Labor induction involves using medications or other methods to bring on labor. The thought of being induced makes some ladies excited about no longer being pregnant. Other women prefer a more natural birth experience and are against being induced.
First, we will share some reasons why you might be induced, and then we’ll go through how labor induction is typically done.
Why Would I Need to Be Induced?
Diabetic women tend to have complicated pregnancies and grow larger babies. Doctors used to induce much earlier on diabetic patients, but they’re allowing these babies to head to term more recently.
Post your due date
Most hospitals will not induce a woman who’s past her due date until they are 41 weeks along. More and more medical studies are being released that show there are many benefits to allowing a baby to cook ’til they’re good and ready.
Low Amniotic fluid
Your doctor will conduct a test via ultrasound called an AFI (amniotic fluid index). They’re performing this test to measure the pockets of fluid in your uterus. If it’s low, your doctor may suggest inducing labor. That’s because if you don’t have enough amniotic fluid, there’s less cushioning for the umbilical cord. If it’s just a little low, your doctor may just watch you and have it re-measured.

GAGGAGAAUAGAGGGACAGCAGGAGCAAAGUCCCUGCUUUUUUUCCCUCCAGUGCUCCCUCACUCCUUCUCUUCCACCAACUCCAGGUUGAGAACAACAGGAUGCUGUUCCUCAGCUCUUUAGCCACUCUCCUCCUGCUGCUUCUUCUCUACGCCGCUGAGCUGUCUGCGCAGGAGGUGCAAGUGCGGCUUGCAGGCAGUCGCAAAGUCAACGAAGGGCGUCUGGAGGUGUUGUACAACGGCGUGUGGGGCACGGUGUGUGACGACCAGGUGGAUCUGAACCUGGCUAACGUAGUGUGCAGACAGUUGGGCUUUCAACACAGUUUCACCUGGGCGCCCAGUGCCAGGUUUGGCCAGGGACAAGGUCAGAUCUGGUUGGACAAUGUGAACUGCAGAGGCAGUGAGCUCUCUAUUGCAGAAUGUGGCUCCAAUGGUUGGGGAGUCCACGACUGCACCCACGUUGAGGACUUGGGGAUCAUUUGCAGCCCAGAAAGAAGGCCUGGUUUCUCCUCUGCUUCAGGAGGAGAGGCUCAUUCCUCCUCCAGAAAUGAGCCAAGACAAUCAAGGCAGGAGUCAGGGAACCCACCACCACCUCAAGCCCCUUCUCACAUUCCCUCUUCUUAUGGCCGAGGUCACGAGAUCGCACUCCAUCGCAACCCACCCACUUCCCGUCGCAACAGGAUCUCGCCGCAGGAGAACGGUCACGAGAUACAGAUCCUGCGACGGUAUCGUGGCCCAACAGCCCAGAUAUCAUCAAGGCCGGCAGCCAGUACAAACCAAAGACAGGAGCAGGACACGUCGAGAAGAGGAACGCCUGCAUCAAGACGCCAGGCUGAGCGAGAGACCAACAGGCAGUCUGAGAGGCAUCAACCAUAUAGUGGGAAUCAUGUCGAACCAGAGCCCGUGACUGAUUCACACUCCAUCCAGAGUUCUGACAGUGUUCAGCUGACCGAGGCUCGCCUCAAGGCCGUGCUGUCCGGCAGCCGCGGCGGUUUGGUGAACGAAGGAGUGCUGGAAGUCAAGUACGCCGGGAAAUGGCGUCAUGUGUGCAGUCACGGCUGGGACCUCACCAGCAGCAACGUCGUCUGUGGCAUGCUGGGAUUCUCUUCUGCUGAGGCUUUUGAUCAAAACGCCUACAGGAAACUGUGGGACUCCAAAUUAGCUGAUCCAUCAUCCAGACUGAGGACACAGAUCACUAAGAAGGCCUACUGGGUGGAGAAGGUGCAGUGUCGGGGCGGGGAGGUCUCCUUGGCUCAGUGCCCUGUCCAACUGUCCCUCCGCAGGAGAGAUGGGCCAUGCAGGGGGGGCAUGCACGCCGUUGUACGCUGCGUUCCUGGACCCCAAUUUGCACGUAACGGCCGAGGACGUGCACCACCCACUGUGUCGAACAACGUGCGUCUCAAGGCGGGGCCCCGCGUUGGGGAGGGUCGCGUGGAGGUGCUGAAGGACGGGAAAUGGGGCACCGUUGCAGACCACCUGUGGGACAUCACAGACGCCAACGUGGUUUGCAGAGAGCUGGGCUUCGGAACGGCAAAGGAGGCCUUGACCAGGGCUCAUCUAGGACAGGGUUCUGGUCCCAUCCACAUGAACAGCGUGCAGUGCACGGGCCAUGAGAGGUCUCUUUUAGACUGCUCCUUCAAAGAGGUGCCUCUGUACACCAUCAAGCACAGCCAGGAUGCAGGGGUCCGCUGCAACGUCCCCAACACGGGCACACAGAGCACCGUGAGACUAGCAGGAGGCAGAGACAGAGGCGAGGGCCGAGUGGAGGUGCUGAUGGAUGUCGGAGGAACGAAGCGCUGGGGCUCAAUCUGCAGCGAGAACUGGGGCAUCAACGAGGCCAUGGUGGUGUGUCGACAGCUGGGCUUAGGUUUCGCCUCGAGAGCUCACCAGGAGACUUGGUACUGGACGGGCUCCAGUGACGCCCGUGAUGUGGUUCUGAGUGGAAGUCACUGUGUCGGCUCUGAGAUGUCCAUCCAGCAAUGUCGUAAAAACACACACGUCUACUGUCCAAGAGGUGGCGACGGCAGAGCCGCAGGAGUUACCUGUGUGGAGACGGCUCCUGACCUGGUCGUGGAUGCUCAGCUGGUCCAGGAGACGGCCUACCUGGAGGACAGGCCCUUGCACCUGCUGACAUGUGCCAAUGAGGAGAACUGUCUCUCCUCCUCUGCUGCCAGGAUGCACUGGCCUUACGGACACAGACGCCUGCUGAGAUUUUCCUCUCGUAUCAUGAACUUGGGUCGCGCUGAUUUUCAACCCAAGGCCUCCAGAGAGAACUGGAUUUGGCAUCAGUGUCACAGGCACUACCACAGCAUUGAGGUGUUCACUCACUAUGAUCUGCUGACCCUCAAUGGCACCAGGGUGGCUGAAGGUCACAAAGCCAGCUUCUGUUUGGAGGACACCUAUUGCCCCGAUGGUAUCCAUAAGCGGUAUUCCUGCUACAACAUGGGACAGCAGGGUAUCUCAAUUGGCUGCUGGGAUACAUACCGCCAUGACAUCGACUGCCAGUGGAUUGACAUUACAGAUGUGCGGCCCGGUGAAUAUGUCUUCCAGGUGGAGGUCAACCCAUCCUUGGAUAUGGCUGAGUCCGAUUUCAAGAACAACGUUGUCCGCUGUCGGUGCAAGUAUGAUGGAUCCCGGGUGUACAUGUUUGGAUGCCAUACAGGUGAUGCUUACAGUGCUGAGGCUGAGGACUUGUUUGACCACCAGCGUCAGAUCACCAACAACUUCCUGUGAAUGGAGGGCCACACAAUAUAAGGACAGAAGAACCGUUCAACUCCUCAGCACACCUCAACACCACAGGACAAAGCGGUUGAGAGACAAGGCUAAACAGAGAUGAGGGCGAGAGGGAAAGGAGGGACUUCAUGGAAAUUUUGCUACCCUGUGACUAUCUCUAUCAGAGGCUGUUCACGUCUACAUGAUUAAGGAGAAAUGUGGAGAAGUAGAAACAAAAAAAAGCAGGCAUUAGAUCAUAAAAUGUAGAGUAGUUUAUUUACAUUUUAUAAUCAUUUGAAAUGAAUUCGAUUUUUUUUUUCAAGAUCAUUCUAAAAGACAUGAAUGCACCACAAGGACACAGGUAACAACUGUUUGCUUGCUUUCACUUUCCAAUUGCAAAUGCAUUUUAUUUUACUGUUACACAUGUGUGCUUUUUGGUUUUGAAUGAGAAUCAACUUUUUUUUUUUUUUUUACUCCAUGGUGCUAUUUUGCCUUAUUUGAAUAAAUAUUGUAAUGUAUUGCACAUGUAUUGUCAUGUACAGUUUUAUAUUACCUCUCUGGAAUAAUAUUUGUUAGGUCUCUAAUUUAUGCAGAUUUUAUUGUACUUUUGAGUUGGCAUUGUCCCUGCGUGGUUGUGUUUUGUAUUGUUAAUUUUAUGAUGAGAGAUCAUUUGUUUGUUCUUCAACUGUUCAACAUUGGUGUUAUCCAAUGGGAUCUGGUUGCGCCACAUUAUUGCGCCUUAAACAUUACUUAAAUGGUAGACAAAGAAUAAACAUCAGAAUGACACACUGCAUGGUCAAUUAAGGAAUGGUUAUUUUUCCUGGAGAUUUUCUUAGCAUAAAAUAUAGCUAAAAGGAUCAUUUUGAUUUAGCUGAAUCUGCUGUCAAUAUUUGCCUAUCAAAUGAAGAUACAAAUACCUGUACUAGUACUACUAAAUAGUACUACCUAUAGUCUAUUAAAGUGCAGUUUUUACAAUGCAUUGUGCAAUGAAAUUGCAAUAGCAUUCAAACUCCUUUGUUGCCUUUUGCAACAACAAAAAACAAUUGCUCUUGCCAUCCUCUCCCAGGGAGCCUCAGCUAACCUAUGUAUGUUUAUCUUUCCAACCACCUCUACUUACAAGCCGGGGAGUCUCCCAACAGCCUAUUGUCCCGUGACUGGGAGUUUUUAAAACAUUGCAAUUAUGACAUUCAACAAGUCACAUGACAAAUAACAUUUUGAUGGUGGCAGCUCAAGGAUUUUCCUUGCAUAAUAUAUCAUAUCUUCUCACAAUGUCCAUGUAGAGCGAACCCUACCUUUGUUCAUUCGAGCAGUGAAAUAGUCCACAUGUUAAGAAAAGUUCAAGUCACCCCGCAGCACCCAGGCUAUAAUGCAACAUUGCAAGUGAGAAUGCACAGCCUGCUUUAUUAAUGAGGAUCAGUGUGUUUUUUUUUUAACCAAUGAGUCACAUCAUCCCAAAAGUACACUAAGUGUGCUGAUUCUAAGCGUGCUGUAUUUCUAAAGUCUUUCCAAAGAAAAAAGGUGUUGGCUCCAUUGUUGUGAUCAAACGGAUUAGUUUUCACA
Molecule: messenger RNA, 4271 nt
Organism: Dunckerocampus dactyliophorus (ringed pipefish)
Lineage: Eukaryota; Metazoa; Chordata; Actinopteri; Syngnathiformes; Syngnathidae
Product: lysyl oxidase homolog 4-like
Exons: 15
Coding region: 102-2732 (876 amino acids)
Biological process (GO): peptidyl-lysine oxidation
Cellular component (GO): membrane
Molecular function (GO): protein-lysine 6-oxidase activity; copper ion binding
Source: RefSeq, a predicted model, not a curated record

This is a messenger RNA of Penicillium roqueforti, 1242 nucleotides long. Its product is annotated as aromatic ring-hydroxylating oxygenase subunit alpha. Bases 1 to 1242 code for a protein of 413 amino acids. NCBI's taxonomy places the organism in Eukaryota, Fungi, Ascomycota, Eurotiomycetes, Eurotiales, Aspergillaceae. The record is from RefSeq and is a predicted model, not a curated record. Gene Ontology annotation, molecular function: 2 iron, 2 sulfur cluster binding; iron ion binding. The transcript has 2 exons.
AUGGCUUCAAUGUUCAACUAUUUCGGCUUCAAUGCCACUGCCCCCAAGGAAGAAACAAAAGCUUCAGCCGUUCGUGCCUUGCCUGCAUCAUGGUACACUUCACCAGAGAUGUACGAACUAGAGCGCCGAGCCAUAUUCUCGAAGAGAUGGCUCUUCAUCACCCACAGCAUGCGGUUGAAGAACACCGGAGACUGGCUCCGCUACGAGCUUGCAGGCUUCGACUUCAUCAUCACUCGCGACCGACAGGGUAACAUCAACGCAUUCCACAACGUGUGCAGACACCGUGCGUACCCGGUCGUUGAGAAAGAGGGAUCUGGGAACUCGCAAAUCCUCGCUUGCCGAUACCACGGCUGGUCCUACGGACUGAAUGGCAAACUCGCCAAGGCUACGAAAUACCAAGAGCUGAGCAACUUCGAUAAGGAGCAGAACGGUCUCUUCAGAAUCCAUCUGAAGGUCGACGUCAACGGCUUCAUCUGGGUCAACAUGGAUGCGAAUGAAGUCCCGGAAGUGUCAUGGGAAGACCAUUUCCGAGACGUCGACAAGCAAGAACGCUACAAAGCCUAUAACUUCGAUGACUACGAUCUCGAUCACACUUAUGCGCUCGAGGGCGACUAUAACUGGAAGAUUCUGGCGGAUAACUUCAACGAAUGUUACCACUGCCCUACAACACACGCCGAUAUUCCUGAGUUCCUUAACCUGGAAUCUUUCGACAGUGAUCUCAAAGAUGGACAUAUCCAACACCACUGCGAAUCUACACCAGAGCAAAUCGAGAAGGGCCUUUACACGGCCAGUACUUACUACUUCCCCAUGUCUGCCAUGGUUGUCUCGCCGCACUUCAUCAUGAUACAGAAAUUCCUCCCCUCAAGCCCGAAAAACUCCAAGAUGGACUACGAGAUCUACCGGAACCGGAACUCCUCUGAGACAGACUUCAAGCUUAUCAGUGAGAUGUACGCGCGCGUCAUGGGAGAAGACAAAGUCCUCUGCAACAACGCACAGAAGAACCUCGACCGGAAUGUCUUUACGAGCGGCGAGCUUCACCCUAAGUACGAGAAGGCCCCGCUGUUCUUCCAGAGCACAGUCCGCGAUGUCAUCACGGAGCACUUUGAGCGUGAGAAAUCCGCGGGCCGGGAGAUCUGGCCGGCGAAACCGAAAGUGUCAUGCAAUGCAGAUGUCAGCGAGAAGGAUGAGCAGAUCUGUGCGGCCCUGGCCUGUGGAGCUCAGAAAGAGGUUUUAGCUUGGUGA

Your healthcare professional will measure your baby’s size through an ultrasound. If your baby is too big, it can be a reason to end-up getting n a c-section. However, if they induce before your cervix is ready, you can also end-up a c-section. What a Catch-22 situation!
This one is even more important to keep an eye on than measuring big. If a baby measures small, it can mean they aren’t getting the nutrients they need. Your doctor will probably be looking at how your baby measures over time.
Something they’ll be watching for is a baby who was measuring normal and is now measuring small. This can usually be checked with an ultrasound, but your doctor would often find an indication for the ultrasound by measuring your belly at your appointments.
If you’re diagnosed with preeclampsia, your doctor may decide to induce your labor. Preeclampsia is when your blood pressure is high, you’re swollen, and a few other factors that are found through blood tests. You’ll probably deliver vaginally, though the earlier along you are in your pregnancy, the higher the chance you may need a C-section delivery instead because your cervix won’t quite be ready to dilate.
This might mean anything from catching a serious flu to an infection in the uterus. On the other hand, if it’s something really major and your life is in danger, your doctor might consider a c-section instead. Being seriously ill while you’re pregnant is very hard on your body. So, getting that baby out will improve everyone’s diagnosis.
Water broke, but nothing’s happening
Most women go into labor after their water breaks, but sometimes your uterus just could care less that it just lost all that fluid. Usually, the doctors will give you a few hours to start contracting on your own. If you don’t, they will strongly encourage you to start some Pitocin.